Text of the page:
Partner Profile: Opptly’s Direct Sourcing AI Elevates Your Extended Workforce Strategy From Jobs To Skills
Originally published by Flextrack at flextrack.com.
If you have been involved with talent acquisition and/or the extended workforce, you have heard about direct sourcing. While the concept has been around for at least a decade, advances in machine learning and artificial intelligence, along with long-term talent and skills shortages, have pushed direct sourcing solutions to the forefront of talent acquisition strategies.
Did you know 84% of organizations are now either using direct sourcing as part of their workforce strategy, or plan to explore it within the next two years?
What Is Direct Sourcing?
According to Staffing Industry Analysts, an early definition of direct sourcing is “the process by which a company leverages its own candidate pool…to place within the company as contingent/temporary employees.” For the extended workforce, direct sourcing usually has three components:
1. Sourcing technology to identify and attract candidates
2. Curation of talent communities on behalf of the business
3. Compliance mechanisms for ensuring timely payment and appropriate classification
While early applications of direct sourcing applied specifically to the extended workforce, the desire to optimize talent acquisition resources and employer brand has given rise to the notion that direct sourcing should also be applied to the hiring of regular FTE’s.
How Does Direct Sourcing Impact Your Total Talent Strategy?
Direct sourcing can be seen as a gateway to a unified workforce strategy that includes all FTE and non-employee categories. I recently had an opportunity to spend some time with Jason Safley, Chief Technology Officer at direct sourcing solution provider Opptly. We discussed the Flextrack-Opptly partnership and dove deep into the inventive and accessible technology that powers Opptly’s solution.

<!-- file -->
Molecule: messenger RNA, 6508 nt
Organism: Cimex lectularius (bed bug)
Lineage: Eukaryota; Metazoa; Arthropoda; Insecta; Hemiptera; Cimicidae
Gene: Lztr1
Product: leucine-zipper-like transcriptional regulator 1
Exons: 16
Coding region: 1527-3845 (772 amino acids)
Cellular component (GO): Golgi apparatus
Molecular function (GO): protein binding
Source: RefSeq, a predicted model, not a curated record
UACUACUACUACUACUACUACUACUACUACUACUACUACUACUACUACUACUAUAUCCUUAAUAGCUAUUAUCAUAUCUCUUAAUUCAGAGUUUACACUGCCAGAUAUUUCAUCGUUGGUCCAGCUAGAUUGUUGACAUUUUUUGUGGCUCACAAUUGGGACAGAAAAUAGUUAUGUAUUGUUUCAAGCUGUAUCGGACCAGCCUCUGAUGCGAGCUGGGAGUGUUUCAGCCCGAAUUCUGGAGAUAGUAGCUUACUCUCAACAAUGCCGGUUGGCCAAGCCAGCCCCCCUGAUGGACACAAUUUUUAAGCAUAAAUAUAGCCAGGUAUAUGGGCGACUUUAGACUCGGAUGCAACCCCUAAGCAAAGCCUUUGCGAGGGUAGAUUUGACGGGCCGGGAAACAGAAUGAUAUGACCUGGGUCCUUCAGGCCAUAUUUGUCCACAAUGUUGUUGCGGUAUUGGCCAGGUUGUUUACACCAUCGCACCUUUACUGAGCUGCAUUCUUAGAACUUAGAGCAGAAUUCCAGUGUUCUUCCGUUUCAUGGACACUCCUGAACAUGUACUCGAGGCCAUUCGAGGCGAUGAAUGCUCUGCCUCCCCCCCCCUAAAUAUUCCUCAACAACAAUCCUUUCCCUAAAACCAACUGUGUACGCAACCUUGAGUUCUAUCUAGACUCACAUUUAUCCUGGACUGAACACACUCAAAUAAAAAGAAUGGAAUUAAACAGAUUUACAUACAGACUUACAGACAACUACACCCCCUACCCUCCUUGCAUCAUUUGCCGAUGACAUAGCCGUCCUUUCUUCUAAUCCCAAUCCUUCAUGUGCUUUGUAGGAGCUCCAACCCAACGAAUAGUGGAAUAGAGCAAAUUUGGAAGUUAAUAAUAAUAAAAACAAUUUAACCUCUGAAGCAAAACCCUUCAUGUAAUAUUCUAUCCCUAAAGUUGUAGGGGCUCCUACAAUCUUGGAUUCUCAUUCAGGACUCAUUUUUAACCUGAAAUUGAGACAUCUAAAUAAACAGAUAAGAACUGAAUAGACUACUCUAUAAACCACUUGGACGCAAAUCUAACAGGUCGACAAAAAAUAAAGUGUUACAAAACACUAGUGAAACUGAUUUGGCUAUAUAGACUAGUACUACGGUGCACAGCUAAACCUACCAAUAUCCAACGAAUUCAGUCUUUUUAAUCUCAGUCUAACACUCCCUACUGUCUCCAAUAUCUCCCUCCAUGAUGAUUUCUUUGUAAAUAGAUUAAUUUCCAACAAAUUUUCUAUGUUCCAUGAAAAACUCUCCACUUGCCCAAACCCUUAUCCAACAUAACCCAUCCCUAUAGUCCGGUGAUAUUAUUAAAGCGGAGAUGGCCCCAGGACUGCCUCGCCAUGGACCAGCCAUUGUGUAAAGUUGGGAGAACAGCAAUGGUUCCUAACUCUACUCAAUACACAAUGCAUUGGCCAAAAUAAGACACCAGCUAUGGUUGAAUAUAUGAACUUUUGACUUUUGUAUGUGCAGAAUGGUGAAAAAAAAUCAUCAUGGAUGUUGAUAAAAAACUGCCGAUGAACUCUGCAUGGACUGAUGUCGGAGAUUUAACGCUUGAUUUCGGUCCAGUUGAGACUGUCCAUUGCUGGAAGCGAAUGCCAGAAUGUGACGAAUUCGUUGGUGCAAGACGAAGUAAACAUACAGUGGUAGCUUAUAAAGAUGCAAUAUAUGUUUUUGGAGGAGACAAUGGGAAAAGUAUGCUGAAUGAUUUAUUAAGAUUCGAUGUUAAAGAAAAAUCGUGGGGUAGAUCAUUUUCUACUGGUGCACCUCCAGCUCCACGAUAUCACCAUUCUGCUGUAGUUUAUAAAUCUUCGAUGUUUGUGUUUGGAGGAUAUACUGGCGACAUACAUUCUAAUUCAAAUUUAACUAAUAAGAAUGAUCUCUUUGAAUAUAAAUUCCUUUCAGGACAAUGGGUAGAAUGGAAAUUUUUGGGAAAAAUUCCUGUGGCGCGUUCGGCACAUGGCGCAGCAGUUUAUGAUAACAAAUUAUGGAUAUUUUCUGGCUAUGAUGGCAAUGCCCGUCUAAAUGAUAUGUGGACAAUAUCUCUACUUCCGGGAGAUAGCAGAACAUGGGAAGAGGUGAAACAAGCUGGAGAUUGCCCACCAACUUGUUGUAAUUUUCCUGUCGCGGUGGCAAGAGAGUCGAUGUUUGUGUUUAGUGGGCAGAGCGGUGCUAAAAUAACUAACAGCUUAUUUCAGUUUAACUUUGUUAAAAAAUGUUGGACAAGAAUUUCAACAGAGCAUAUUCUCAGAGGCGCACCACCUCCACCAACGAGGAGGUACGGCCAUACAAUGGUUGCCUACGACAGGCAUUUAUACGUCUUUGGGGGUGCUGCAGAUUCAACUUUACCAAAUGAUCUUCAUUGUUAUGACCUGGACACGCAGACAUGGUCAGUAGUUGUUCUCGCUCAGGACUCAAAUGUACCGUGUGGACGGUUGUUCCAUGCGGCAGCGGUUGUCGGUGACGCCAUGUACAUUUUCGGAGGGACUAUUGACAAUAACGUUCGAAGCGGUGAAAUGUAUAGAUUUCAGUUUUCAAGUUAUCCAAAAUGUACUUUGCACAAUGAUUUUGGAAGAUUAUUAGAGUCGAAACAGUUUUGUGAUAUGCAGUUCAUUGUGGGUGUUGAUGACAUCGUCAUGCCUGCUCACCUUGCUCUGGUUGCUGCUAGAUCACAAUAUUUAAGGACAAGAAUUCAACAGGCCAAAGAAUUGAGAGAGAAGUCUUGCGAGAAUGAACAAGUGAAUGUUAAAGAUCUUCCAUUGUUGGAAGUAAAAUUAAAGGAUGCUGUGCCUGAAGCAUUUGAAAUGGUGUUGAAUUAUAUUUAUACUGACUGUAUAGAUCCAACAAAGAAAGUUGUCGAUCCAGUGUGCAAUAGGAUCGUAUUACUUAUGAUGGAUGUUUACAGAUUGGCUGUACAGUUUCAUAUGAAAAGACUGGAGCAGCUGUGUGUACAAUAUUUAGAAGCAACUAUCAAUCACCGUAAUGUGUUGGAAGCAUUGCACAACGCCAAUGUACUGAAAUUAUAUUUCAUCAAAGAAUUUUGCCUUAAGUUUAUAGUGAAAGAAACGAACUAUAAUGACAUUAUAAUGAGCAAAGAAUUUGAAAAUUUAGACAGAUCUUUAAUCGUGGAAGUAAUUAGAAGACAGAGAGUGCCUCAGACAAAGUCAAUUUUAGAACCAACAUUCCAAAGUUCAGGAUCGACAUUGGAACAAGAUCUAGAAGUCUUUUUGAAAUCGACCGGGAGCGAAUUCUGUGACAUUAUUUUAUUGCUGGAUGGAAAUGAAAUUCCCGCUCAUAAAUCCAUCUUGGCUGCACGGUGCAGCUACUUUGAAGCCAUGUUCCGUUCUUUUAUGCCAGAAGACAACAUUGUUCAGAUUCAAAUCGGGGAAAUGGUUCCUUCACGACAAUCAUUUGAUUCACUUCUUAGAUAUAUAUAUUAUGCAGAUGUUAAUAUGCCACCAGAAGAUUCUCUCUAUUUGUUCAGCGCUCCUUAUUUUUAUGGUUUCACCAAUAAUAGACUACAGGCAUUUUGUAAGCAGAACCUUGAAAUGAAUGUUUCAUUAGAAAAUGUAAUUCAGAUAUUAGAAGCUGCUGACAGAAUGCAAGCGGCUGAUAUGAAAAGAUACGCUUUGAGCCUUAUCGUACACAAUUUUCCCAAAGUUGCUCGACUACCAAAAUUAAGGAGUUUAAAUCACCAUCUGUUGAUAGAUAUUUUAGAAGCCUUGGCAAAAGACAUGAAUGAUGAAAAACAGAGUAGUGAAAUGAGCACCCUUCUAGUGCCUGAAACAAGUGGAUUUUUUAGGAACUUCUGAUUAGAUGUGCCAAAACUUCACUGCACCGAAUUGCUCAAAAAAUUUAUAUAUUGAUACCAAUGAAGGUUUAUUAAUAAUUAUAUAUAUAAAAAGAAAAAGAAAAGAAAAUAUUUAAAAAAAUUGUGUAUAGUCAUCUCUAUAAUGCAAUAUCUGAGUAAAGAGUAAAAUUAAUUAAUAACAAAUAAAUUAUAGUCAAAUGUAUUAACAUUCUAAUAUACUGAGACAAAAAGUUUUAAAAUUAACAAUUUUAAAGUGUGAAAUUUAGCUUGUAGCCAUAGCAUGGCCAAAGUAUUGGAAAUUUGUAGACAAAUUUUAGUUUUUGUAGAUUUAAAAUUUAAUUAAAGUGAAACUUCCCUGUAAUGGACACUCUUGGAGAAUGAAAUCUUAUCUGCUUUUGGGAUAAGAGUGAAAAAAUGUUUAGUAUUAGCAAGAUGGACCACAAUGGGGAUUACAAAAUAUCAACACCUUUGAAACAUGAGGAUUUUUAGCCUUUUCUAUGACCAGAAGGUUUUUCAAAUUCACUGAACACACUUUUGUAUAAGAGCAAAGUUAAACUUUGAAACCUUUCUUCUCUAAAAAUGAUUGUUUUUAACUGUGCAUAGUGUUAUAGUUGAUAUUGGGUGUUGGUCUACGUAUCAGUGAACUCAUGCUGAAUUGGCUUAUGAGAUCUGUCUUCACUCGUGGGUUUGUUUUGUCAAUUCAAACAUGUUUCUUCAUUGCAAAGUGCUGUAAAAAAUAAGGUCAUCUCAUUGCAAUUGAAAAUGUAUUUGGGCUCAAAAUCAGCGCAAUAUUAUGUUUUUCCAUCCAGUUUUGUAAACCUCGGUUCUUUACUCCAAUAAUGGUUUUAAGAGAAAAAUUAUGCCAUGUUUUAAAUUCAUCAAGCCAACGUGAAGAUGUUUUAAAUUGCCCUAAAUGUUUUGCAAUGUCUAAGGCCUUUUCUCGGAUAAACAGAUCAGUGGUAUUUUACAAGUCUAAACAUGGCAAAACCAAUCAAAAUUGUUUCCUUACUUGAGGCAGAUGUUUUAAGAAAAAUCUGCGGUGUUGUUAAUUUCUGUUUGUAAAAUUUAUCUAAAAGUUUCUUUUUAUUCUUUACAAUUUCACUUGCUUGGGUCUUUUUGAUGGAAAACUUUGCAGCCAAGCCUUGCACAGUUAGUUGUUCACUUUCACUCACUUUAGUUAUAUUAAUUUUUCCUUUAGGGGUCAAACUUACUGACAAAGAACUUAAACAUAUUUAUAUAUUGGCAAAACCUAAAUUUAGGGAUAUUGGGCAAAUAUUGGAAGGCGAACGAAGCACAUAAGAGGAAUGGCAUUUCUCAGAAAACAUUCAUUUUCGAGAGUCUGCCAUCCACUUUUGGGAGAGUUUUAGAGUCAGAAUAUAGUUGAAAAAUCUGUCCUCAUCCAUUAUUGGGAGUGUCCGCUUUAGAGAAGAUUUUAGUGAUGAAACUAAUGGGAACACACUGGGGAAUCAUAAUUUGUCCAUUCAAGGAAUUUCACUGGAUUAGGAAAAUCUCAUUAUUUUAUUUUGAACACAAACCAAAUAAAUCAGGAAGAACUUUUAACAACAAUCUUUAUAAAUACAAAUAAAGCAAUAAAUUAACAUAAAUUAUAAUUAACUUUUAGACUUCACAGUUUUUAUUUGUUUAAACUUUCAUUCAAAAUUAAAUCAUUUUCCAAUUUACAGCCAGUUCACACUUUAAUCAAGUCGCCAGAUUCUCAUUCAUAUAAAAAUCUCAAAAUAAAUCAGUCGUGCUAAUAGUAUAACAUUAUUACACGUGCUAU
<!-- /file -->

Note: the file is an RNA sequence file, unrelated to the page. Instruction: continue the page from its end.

We will be sharing some clips from our conversation via our LinkedIn page and YouTube channel over the next few weeks. One topic, the vectorization of candidate profiles, is particularly relevant to a major trend in talent acquisition today.
Profiles, Vectors And Skills-Based Talent Acquisition
According to a recent report by Deloitte, over 98% of business executives are planning to increase the use of skills over jobs when making decisions about their workforce. Currently, 90% of organizations are actively experimenting with skills-based strategies to build organizational agility, address long-term talent shortages, and achieve diversity, equity, inclusion and belonging goals.
The transition from jobs to skills has led to a boom in workforce technology focusing on people’s skills as the level of analysis. While this includes direct sourcing, not all approaches and algorithms are equally valid and useful in making hiring decisions.
The Opptly Difference
Opptly’s approach is to convert the details from candidate resumes into mathematical representations, or vectors, to develop a comprehensive profile of their skills and capabilities.